Mobile Buyback

Reporter: Georgia Main

We are a nation addicted to technology -- as one of the biggest users of mobile phones in the world -- our population of 22 million has 24 million mobile phone accounts -- we happily fork out big dollars for the latest gadget. But finally that obsession can earn you some cash back. Aid Rawlins from Mazuma Mobile wants your unused mobile phones and he's on track to pay out $5 million for them between now and Christmas. "Handsets are then processed and re-homed in developing countries like Africa, India and China where they can't afford new handsets. We're a business and we make a small margin on every handset", Aid said.

Here's how it works: Grab your old mobile, log on to the website, find the right make and model, obtain a quote, send it off .... and, as they say, the cheque's in the mail. 21 year old Dean Vance found a dust covered gold mine in his lounge room drawer. "When you've got family members that upgrade their phones every 24 months, I think altogether we had about four or five phones that were just sitting there not used. Mum was going to throw them out about a week beforehand", Dean said.

If you've already tired of the Apple iPhone 4, you could be $650 richer. If it's not in working order, you'll still boost your bank account by $250. For a NOKIA 3120 Classic there's $22 to be had and if it's not working, $10; an old Sony Ericsson T707 is worth $27, half that if it's not working and you can cash your Blackberry 8900 Curve in for $100, $35 if it's broken. The concept of giving old phones new life began in Britain four years ago. "We process something like 160,000 handsets a month in the UK. We've paid out over 68 million pounds which is the equivalent of $115 - $118 million Aussie -- it's phenomenal", Aid said.

If you're thinking offering money for mobiles could encourage crime, Aid has this to say. "We make sure they haven't appeared on a lost or stolen register and we do offer people a data deletion process so they can delete images and text messages". You'll also have to provide your drivers licence details. Programs like Mobile Muster have recycled 5 million handsets and batteries over a decade and while there's no payment, Rose Read from the Australian Mobile Telecommunications Association says programs like hers are the most environmentally friendly. "Over 90% of the materials in mobile phones can be recovered and reused to make new products. These commercial programs are about making money and while they are providing cheaper phones into developing countries, there's a greater risk those phones may end up in landfill", Rose said.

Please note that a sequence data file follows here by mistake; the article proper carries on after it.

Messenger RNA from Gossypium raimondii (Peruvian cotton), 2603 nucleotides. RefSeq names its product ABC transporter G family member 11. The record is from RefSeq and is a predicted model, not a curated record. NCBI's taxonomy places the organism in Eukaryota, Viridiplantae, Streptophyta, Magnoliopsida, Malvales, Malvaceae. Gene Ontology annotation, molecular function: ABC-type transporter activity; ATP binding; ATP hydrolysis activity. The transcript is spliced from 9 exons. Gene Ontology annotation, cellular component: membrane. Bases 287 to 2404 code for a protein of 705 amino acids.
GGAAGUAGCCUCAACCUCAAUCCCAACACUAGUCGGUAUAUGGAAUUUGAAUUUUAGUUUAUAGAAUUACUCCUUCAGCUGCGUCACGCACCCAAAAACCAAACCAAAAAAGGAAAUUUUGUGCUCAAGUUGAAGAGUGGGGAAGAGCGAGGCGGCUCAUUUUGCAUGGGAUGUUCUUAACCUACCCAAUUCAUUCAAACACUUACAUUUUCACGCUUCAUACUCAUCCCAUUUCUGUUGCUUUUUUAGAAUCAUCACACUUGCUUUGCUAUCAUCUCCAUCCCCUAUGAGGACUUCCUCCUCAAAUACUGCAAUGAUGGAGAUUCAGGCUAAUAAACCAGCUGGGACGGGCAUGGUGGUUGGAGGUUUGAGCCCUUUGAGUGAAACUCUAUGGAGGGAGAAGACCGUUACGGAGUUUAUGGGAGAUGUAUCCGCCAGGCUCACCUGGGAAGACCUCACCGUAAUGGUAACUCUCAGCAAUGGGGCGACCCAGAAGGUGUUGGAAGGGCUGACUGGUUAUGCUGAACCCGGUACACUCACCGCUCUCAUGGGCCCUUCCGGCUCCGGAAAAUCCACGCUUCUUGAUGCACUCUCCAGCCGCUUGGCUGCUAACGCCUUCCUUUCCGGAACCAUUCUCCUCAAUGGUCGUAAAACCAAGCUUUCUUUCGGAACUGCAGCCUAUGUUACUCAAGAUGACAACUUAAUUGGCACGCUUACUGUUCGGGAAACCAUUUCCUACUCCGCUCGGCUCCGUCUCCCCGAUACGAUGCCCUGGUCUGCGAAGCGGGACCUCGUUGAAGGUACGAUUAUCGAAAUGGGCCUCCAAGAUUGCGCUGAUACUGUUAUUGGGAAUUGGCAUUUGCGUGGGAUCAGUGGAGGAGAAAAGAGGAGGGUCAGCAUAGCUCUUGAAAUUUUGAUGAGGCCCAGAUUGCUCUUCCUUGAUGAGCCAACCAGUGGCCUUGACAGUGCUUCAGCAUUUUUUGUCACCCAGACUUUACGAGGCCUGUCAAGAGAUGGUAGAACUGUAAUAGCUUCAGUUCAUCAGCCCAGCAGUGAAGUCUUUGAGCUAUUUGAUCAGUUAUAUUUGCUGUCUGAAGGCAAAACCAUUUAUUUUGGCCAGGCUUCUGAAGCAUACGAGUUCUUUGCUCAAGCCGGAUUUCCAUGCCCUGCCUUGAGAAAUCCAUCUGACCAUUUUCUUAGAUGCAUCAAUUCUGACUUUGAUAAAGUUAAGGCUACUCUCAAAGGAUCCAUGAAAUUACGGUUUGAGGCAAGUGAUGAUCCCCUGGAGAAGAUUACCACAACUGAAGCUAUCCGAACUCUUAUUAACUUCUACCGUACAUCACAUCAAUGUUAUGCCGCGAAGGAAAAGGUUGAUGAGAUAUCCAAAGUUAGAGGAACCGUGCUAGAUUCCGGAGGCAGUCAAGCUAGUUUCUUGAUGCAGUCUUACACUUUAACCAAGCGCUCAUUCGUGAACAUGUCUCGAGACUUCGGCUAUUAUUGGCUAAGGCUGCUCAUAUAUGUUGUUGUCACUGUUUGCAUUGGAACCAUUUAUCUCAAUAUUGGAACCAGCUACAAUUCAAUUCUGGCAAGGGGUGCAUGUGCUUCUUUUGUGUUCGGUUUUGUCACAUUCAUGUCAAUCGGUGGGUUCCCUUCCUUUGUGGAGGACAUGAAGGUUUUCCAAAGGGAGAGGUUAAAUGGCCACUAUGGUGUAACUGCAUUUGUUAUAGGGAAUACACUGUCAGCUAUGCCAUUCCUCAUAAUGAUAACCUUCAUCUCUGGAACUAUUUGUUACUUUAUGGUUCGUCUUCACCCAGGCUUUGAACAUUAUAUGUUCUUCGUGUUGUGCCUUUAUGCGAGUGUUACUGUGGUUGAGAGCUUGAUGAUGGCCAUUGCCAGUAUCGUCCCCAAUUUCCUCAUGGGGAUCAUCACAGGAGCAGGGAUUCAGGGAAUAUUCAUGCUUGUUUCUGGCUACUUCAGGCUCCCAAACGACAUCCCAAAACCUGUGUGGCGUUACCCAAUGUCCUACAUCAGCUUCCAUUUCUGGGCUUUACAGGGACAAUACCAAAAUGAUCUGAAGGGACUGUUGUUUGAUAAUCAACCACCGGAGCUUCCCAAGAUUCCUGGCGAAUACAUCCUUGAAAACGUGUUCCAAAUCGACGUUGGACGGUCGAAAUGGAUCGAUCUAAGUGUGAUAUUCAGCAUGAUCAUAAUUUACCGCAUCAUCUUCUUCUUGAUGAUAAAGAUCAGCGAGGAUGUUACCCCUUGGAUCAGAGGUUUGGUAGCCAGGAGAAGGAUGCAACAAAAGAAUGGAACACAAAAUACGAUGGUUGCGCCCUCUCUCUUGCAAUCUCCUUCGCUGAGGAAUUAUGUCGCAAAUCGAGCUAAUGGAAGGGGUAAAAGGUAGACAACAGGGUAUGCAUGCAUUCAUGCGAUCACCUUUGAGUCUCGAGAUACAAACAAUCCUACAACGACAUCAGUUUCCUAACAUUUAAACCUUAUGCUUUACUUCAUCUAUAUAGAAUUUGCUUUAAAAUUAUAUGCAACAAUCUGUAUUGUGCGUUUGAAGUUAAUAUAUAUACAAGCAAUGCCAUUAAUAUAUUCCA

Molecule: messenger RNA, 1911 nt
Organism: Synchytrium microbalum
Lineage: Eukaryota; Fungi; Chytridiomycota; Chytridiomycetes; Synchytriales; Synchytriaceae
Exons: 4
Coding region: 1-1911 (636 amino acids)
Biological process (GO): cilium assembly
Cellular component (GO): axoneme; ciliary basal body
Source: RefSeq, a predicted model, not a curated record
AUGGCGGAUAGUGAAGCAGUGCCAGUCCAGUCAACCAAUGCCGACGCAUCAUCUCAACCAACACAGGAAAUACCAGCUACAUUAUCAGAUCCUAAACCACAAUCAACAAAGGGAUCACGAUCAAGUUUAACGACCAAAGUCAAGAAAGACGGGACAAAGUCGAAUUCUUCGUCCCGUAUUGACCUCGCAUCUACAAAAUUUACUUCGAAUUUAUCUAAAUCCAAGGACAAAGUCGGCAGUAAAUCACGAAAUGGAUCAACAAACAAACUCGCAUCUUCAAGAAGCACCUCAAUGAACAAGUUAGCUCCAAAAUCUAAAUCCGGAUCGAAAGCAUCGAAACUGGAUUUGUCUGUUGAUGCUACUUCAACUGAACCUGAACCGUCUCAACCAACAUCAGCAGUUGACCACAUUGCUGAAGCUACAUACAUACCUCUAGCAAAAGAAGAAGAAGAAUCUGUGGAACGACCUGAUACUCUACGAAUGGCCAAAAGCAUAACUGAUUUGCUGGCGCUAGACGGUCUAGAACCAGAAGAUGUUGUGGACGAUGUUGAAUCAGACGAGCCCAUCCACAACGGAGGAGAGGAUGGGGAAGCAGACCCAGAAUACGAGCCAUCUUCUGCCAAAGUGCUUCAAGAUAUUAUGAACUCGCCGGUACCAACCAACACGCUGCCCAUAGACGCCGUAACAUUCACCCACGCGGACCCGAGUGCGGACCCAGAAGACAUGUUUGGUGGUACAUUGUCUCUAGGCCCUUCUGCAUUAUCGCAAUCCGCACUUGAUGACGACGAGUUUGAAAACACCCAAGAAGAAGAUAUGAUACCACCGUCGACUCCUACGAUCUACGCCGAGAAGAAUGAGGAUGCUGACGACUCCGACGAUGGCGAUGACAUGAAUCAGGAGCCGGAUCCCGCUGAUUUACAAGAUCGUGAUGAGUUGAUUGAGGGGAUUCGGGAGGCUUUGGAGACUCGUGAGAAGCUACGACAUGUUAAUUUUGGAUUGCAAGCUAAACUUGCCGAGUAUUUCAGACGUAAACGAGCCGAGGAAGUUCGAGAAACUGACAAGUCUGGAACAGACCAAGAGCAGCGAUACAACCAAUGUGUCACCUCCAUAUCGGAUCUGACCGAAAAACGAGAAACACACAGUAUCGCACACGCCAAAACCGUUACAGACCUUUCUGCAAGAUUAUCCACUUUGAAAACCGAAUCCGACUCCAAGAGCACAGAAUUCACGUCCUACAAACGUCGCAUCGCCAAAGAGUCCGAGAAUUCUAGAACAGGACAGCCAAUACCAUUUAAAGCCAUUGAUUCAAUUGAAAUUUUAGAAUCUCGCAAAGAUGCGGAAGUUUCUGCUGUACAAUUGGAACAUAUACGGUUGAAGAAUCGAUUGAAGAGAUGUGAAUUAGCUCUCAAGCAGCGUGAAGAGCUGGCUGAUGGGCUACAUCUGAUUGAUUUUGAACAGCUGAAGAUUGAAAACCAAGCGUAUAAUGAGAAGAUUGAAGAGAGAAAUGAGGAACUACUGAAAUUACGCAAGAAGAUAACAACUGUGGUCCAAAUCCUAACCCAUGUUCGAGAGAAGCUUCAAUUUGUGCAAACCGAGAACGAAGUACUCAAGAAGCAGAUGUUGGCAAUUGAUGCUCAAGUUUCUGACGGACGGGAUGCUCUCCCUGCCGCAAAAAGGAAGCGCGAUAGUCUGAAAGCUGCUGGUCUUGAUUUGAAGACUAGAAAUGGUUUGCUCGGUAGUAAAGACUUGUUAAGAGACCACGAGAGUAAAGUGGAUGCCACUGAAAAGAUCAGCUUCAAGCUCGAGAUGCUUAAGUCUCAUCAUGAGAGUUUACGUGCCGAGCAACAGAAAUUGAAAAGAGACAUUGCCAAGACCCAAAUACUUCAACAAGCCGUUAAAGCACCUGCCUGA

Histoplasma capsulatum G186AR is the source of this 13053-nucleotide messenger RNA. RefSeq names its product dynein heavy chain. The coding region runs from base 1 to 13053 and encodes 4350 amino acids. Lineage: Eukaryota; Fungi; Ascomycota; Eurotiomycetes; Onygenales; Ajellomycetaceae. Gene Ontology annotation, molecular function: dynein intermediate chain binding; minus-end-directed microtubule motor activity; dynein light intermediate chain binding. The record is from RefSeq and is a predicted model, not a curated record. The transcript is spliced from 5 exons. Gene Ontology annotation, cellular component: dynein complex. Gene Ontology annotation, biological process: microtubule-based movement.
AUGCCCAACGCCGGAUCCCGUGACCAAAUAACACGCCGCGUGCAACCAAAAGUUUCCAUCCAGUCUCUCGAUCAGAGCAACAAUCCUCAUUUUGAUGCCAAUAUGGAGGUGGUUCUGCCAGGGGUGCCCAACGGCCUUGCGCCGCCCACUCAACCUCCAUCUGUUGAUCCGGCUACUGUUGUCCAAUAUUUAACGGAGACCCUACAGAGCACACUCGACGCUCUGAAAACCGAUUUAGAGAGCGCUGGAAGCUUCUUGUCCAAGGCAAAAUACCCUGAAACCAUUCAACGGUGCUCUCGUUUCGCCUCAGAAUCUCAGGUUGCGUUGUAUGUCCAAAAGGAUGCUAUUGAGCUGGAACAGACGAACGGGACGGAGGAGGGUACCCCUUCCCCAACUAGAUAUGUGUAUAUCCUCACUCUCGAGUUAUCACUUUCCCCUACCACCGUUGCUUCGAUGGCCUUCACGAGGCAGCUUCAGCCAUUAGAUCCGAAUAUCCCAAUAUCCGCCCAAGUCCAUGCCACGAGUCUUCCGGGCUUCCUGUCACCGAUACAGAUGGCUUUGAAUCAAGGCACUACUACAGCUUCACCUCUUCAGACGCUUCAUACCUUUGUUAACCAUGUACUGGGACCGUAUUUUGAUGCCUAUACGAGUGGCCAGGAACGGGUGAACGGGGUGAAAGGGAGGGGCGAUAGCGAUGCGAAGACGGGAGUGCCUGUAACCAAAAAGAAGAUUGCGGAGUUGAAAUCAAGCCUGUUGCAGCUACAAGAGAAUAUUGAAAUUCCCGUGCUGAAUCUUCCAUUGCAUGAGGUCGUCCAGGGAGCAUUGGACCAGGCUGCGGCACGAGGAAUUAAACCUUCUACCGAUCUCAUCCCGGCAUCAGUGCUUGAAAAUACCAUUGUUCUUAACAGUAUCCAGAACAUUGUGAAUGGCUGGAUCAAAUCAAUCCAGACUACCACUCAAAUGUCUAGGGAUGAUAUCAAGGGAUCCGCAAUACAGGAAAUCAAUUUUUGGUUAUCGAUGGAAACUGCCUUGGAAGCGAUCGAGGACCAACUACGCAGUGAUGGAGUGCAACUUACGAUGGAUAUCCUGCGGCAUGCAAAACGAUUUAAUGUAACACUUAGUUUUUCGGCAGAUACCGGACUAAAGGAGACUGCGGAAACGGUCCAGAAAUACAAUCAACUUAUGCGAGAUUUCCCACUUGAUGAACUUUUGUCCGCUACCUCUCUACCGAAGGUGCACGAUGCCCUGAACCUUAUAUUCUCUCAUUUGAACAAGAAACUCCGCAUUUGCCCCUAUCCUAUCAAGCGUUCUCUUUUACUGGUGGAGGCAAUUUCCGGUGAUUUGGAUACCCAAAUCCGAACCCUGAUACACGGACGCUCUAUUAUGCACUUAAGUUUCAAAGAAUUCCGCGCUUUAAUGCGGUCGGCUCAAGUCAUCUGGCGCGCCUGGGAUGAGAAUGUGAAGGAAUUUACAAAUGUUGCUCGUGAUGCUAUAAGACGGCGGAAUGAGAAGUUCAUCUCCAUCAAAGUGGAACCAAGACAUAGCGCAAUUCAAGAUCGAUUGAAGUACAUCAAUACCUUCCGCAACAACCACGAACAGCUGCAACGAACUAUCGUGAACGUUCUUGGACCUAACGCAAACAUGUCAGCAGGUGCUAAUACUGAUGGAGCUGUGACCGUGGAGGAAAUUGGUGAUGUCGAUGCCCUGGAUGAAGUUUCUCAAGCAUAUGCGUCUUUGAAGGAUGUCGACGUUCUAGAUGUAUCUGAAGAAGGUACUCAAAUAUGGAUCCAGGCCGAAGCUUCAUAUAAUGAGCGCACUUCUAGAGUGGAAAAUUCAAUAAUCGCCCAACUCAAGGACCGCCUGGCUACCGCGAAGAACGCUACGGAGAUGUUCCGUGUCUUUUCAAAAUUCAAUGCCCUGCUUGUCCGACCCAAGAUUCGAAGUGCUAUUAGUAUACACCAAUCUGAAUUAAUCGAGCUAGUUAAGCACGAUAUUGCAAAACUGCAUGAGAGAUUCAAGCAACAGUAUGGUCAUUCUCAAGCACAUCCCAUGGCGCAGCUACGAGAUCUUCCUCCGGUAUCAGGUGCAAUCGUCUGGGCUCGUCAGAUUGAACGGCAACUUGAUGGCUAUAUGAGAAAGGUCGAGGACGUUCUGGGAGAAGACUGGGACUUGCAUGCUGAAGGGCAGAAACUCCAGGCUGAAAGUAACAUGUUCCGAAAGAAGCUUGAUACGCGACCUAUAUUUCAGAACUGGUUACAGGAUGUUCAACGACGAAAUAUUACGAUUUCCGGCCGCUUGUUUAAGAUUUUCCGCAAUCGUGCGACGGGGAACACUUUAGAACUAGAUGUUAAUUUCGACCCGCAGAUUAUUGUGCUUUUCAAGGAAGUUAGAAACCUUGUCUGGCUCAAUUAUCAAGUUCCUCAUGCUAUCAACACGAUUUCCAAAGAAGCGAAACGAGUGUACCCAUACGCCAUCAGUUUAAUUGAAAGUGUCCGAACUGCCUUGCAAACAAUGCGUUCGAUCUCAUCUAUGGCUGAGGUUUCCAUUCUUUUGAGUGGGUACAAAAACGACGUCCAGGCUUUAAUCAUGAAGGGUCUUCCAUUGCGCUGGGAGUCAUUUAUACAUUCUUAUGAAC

Rose turns mobile phones into plastic fence posts and don't be surprised if your bling used to have a ring. Phones have been turned into designer earrings, ring, even cuff links. It's never too late to recycle. So if your phone has nothing left to give, Mazuma will send it off to claim those valuable parts and since launching just a couple of weeks ago, it looks like most of the country has been rifling through their kitchen drawers. Despite the fact we hoard millions of mobiles "just in case", more than 9 million new phones arrive in the country every year.

More details on those recycling programs are as follows:

Mazuama Mobile's website at:

Drop your phone off at your mobile phone retailer / local collection point. To find locations, visit the website at: or call 1300 730 070

Also, post them in by picking up a free MobileMuster recycling satchel from Australia Post. Post them in by printing off a reply paid mailing label from